Interplay’s 1988 video game Battle Chess was one of my first memorable interactions with computer chess.
The chess engine was impressive, but what stands out today is the fact that chess pieces could move around the board — and kick the absolute hell out of each other with simplified graphical glory.
Deep Blue debuted its chess-playing skills in 1996, and lost to Grandmaster Garry Kasparov in Philadelphia. The computer’s victory, the matches everyone thinks about when they hear Deep Blue, happened in 1997, over the course of six games.
The success of Deep Blue sparked a chess revolution, and may have done wonders for the future of artificial intelligence development. Its victory also kicked off a conspiracy theory, which is still often repeated on forums like Reddit, Quora, and Chess.com.
Did IBM somehow rig the match, and ensure that Kasparov couldn’t win against the computer?
Geek Native decided to take a closer look at the Kasparov Conspiracy, including where the story started — and if anything about it was actually true.
Garry Kasparov is to chess, what Jimmy Page is to rock, or Robert Johnson is to the blues. There’s no talking about the topic, without mentioning the names of these key-players at some point in the discussion.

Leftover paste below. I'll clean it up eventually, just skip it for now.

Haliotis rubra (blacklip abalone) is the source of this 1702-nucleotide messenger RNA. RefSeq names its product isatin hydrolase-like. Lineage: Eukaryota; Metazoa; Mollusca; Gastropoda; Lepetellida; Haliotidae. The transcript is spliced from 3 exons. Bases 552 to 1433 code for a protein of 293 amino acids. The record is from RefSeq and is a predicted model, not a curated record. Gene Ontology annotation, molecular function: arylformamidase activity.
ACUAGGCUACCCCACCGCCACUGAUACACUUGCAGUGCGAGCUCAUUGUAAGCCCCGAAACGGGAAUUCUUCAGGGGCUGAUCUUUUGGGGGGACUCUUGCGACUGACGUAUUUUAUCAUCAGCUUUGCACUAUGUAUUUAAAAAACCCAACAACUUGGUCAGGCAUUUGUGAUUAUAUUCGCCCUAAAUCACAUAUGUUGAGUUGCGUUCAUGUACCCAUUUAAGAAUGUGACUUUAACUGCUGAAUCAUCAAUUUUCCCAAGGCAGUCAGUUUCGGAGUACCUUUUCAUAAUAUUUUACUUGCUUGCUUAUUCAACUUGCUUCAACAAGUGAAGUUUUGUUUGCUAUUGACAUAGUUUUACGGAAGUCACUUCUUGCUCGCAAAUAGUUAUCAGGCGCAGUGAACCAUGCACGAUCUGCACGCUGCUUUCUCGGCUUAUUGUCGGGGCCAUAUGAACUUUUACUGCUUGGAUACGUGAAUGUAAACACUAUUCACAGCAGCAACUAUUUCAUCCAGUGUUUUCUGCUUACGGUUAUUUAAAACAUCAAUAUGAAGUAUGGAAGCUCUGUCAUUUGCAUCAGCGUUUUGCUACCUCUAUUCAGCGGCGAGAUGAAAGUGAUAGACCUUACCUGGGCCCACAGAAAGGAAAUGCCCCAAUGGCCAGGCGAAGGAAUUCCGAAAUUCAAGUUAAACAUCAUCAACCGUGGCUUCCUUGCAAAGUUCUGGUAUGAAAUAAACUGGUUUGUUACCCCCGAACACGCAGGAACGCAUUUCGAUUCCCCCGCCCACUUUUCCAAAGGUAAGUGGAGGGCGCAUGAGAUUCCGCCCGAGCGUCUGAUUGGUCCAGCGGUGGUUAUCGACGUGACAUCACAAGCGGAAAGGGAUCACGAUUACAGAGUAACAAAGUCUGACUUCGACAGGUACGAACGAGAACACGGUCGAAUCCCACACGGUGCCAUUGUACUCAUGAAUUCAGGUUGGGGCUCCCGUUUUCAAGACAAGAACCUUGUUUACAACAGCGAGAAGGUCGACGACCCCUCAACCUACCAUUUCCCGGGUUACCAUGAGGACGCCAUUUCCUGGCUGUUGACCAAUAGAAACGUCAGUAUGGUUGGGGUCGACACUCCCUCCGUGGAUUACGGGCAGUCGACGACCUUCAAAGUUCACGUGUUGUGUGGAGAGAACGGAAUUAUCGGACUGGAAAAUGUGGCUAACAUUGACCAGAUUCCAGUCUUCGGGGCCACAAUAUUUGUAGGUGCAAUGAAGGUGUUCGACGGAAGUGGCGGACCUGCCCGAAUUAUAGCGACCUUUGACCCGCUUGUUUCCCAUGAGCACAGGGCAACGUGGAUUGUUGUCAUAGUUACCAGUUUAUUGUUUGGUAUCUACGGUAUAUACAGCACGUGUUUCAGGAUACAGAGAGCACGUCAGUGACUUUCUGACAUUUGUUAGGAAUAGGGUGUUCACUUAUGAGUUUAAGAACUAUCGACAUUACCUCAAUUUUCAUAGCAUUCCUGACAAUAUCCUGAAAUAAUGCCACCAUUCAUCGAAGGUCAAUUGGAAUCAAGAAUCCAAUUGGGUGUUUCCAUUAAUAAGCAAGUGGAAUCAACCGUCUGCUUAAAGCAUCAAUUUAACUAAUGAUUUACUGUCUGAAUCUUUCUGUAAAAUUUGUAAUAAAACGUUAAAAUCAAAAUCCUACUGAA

Kasparov is, still, one of the world’s greatest players and thinkers in the world of chess. Russian-born, he was somewhat of a chess prodigy — and from 1999 to 2013, Kasparov had the highest FIDE rating in chess until this was surpassed by Magnus Carlsen.
He’s retired from chess tournaments today, but remains involved in chess-related activities, lectures, and human rights advocacy.
Sometimes, he takes time to deliver his comments about politicians who pose for photographs behind a chess-board without them checking if the board makes any sense.
I’m sure he’s tired of talking about Deep Blue, after countless interviews post-90s — and an entire book about chess programs.
According to the official IBM resources, Deep Blue was first developed as a successor to a more basic artificial intelligence called ChipTest.
Deep Thought was considered the name, but Deep Blue sounded like the better name — and apparently, using the name Deep Thought at the time would have been too close to a certain adult film that was also popular during this historical period.